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Pointing Out The Obvious - 2002 In Review:

Those of you who have been following theprp.com for the past few years know that we usually end the year with a top 10 best of from various artists, however this year we decided to forego the feature as most would be hard pressed to be able to even pick ten memorable albums from this past year, let alone compile a list they could be confident in publicly acknowledging. To put it bluntly, 2002 was not one of metal's most defining 365 days.

Heavy music as a whole suffered many hardships this past year and with a continuing downward trend for bigger labels to cut their losses as quickly as possible and no real artist development being exercised, 2003 will likely see independent labels once again take over the reigns of the genre. Back in the early 90's a heavy band could pretty much be guaranteed a video and a years worth of touring support to establish themselves, fast-forward to 2002 and a video is usually shot on a wire thin budget or straight out of the bands pocket, and if there isn't tens of thousands of copies sold on the back of a generally lackluster promotional campaign within a few months of an albums release; The group are grounded at home with no touring support and in some cases unceremoniously dropped.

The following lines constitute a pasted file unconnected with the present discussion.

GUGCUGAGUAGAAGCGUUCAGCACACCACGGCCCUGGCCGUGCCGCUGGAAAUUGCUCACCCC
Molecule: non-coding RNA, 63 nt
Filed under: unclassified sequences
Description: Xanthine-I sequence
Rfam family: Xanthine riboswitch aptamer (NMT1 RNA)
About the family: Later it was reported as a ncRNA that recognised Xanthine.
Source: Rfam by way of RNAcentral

In essence this is really nothing new, music as we know it is essentially a business and profits must be made for it to stay in business. However, with the post 9/11 economy and slumping record sales hitting home, labels have folded like origami in the past year and fledging a&r's now experience pressures akin to that of an air traffic controller if their first signing isn't an immediate hit. What does this mean to heavy music fans? Well, heavy music isn't always immediately embraced by the mainstream and needs time to grow and gain momentum, but with such a short attention span from record labels and immediate results being sought, most metal bands are left in the dust.

What this type of mentality leads to is one band breaking out and a few dozen similar sounding groups being signed quickly after as labels try to cash in on a "sure-fire" thing. This lack of risks being taken in turn leads to a glut and a new style is killed and billed as flash in the pan before it can even get off the ground as none of the creativity in the gene pool is ever given any of the attention. Think about 2002 and how many cookie cutter commercially oriented average metal bands there were released and you'll start to see the picture - Its no longer about how many albums inspired you, its about how many albums you easily forgot.